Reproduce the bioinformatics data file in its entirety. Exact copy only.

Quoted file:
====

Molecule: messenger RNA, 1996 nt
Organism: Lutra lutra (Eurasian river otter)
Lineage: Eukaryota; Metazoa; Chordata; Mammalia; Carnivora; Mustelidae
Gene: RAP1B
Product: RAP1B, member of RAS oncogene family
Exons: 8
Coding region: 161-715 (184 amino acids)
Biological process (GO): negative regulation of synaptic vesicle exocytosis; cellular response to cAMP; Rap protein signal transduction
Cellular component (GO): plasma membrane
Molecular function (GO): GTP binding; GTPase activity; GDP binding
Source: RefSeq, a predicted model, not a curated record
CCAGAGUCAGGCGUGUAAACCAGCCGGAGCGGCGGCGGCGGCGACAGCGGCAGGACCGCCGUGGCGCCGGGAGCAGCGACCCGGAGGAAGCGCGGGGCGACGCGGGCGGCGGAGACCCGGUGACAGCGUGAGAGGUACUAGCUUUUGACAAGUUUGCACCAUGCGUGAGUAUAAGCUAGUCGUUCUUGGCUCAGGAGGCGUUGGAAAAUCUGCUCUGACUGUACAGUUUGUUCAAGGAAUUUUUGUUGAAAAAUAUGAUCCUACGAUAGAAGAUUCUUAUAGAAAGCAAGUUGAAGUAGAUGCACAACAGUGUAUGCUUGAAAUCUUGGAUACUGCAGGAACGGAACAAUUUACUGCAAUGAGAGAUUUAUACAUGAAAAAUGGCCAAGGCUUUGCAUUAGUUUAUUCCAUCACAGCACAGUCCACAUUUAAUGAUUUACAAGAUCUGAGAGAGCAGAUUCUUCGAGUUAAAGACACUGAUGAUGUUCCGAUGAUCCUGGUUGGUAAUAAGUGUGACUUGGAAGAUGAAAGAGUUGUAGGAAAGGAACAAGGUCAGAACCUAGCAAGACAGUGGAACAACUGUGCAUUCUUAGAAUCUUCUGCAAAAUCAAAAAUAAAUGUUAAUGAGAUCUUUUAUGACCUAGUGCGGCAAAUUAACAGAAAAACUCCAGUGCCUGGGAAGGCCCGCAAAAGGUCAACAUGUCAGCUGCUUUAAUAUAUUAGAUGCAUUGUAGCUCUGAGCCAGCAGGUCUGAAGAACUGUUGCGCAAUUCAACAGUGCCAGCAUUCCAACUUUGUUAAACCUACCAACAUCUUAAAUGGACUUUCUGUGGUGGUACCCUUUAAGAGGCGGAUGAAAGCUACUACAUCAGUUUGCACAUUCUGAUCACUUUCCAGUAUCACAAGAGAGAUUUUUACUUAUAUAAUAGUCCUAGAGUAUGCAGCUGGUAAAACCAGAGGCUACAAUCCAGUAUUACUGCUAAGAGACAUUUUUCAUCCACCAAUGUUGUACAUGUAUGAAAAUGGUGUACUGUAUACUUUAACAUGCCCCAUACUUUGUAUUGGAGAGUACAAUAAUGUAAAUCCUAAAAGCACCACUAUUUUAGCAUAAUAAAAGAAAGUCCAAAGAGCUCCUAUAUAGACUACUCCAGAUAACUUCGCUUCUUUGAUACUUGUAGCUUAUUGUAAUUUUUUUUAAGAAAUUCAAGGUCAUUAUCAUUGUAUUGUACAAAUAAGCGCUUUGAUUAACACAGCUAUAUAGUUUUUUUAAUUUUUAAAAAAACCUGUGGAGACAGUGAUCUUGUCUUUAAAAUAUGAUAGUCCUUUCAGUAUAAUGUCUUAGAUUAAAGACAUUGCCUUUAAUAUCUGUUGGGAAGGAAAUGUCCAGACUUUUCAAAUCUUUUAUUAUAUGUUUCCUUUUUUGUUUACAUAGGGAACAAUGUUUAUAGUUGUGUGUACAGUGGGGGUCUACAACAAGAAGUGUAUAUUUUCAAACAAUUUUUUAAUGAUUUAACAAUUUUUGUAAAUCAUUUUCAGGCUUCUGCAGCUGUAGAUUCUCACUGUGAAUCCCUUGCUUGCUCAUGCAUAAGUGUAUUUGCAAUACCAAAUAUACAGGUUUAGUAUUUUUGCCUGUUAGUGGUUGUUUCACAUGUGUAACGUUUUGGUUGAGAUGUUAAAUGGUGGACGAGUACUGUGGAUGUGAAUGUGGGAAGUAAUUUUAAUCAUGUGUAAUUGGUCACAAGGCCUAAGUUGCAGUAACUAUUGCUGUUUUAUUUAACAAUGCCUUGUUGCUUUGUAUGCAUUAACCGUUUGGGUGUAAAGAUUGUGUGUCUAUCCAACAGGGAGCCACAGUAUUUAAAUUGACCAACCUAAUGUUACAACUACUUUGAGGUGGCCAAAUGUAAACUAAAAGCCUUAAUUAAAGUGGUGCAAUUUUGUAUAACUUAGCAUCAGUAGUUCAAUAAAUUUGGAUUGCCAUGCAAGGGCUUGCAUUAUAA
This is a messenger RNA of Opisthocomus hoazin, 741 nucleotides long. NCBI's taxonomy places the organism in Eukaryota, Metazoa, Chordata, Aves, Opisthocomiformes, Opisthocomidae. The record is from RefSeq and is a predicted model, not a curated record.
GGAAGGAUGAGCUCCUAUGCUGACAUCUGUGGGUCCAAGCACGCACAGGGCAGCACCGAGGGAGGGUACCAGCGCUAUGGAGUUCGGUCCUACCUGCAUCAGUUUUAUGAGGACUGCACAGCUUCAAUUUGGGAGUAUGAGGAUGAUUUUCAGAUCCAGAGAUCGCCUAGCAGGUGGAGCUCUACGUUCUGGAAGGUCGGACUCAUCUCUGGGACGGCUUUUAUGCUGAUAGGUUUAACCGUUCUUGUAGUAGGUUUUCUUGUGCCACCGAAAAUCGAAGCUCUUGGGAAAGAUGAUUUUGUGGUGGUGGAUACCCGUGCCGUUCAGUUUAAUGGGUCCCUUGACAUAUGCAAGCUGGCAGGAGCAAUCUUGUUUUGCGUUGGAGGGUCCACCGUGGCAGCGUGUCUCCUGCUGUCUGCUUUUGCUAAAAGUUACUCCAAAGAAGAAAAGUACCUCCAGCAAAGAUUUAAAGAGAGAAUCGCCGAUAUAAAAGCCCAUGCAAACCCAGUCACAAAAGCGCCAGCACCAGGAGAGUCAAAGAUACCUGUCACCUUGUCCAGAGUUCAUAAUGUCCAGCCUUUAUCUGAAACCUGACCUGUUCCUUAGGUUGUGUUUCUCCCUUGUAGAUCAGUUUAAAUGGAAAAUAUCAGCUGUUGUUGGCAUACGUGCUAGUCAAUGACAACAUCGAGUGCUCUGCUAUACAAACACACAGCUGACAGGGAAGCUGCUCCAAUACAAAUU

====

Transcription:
Molecule: messenger RNA, 1996 nt
Organism: Lutra lutra (Eurasian river otter)
Lineage: Eukaryota; Metazoa; Chordata; Mammalia; Carnivora; Mustelidae
Gene: RAP1B
Product: RAP1B, member of RAS oncogene family
Exons: 8
Coding region: 161-715 (184 amino acids)
Biological process (GO): negative regulation of synaptic vesicle exocytosis; cellular response to cAMP; Rap protein signal transduction
Cellular component (GO): plasma membrane
Molecular function (GO): GTP binding; GTPase activity; GDP binding
Source: RefSeq, a predicted model, not a curated record
CCAGAGUCAGGCGUGUAAACCAGCCGGAGCGGCGGCGGCGGCGACAGCGGCAGGACCGCCGUGGCGCCGGGAGCAGCGACCCGGAGGAAGCGCGGGGCGACGCGGGCGGCGGAGACCCGGUGACAGCGUGAGAGGUACUAGCUUUUGACAAGUUUGCACCAUGCGUGAGUAUAAGCUAGUCGUUCUUGGCUCAGGAGGCGUUGGAAAAUCUGCUCUGACUGUACAGUUUGUUCAAGGAAUUUUUGUUGAAAAAUAUGAUCCUACGAUAGAAGAUUCUUAUAGAAAGCAAGUUGAAGUAGAUGCACAACAGUGUAUGCUUGAAAUCUUGGAUACUGCAGGAACGGAACAAUUUACUGCAAUGAGAGAUUUAUACAUGAAAAAUGGCCAAGGCUUUGCAUUAGUUUAUUCCAUCACAGCACAGUCCACAUUUAAUGAUUUACAAGAUCUGAGAGAGCAGAUUCUUCGAGUUAAAGACACUGAUGAUGUUCCGAUGAUCCUGGUUGGUAAUAAGUGUGACUUGGAAGAUGAAAGAGUUGUAGGAAAGGAACAAGGUCAGAACCUAGCAAGACAGUGGAACAACUGUGCAUUCUUAGAAUCUUCUGCAAAAUCAAAAAUAAAUGUUAAUGAGAUCUUUUAUGACCUAGUGCGGCAAAUUAACAGAAAAACUCCAGUGCCUGGGAAGGCCCGCAAAAGGUCAACAUGUCAGCUGCUUUAAUAUAUUAGAUGCAUUGUAGCUCUGAGCCAGCAGGUCUGAAGAACUGUUGCGCAAUUCAACAGUGCCAGCAUUCCAACUUUGUUAAACCUACCAACAUCUUAAAUGGACUUUCUGUGGUGGUACCCUUUAAGAGGCGGAUGAAAGCUACUACAUCAGUUUGCACAUUCUGAUCACUUUCCAGUAUCACAAGAGAGAUUUUUACUUAUAUAAUAGUCCUAGAGUAUGCAGCUGGUAAAACCAGAGGCUACAAUCCAGUAUUACUGCUAAGAGACAUUUUUCAUCCACCAAUGUUGUACAUGUAUGAAAAUGGUGUACUGUAUACUUUAACAUGCCCCAUACUUUGUAUUGGAGAGUACAAUAAUGUAAAUCCUAAAAGCACCACUAUUUUAGCAUAAUAAAAGAAAGUCCAAAGAGCUCCUAUAUAGACUACUCCAGAUAACUUCGCUUCUUUGAUACUUGUAGCUUAUUGUAAUUUUUUUUAAGAAAUUCAAGGUCAUUAUCAUUGUAUUGUACAAAUAAGCGCUUUGAUUAACACAGCUAUAUAGUUUUUUUAAUUUUUAAAAAAACCUGUGGAGACAGUGAUCUUGUCUUUAAAAUAUGAUAGUCCUUUCAGUAUAAUGUCUUAGAUUAAAGACAUUGCCUUUAAUAUCUGUUGGGAAGGAAAUGUCCAGACUUUUCAAAUCUUUUAUUAUAUGUUUCCUUUUUUGUUUACAUAGGGAACAAUGUUUAUAGUUGUGUGUACAGUGGGGGUCUACAACAAGAAGUGUAUAUUUUCAAACAAUUUUUUAAUGAUUUAACAAUUUUUGUAAAUCAUUUUCAGGCUUCUGCAGCUGUAGAUUCUCACUGUGAAUCCCUUGCUUGCUCAUGCAUAAGUGUAUUUGCAAUACCAAAUAUACAGGUUUAGUAUUUUUGCCUGUUAGUGGUUGUUUCACAUGUGUAACGUUUUGGUUGAGAUGUUAAAUGGUGGACGAGUACUGUGGAUGUGAAUGUGGGAAGUAAUUUUAAUCAUGUGUAAUUGGUCACAAGGCCUAAGUUGCAGUAACUAUUGCUGUUUUAUUUAACAAUGCCUUGUUGCUUUGUAUGCAUUAACCGUUUGGGUGUAAAGAUUGUGUGUCUAUCCAACAGGGAGCCACAGUAUUUAAAUUGACCAACCUAAUGUUACAACUACUUUGAGGUGGCCAAAUGUAAACUAAAAGCCUUAAUUAAAGUGGUGCAAUUUUGUAUAACUUAGCAUCAGUAGUUCAAUAAAUUUGGAUUGCCAUGCAAGGGCUUGCAUUAUAA
This is a messenger RNA of Opisthocomus hoazin, 741 nucleotides long. NCBI's taxonomy places the organism in Eukaryota, Metazoa, Chordata, Aves, Opisthocomiformes, Opisthocomidae. The record is from RefSeq and is a predicted model, not a curated record.
GGAAGGAUGAGCUCCUAUGCUGACAUCUGUGGGUCCAAGCACGCACAGGGCAGCACCGAGGGAGGGUACCAGCGCUAUGGAGUUCGGUCCUACCUGCAUCAGUUUUAUGAGGACUGCACAGCUUCAAUUUGGGAGUAUGAGGAUGAUUUUCAGAUCCAGAGAUCGCCUAGCAGGUGGAGCUCUACGUUCUGGAAGGUCGGACUCAUCUCUGGGACGGCUUUUAUGCUGAUAGGUUUAACCGUUCUUGUAGUAGGUUUUCUUGUGCCACCGAAAAUCGAAGCUCUUGGGAAAGAUGAUUUUGUGGUGGUGGAUACCCGUGCCGUUCAGUUUAAUGGGUCCCUUGACAUAUGCAAGCUGGCAGGAGCAAUCUUGUUUUGCGUUGGAGGGUCCACCGUGGCAGCGUGUCUCCUGCUGUCUGCUUUUGCUAAAAGUUACUCCAAAGAAGAAAAGUACCUCCAGCAAAGAUUUAAAGAGAGAAUCGCCGAUAUAAAAGCCCAUGCAAACCCAGUCACAAAAGCGCCAGCACCAGGAGAGUCAAAGAUACCUGUCACCUUGUCCAGAGUUCAUAAUGUCCAGCCUUUAUCUGAAACCUGACCUGUUCCUUAGGUUGUGUUUCUCCCUUGUAGAUCAGUUUAAAUGGAAAAUAUCAGCUGUUGUUGGCAUACGUGCUAGUCAAUGACAACAUCGAGUGCUCUGCUAUACAAACACACAGCUGACAGGGAAGCUGCUCCAAUACAAAUU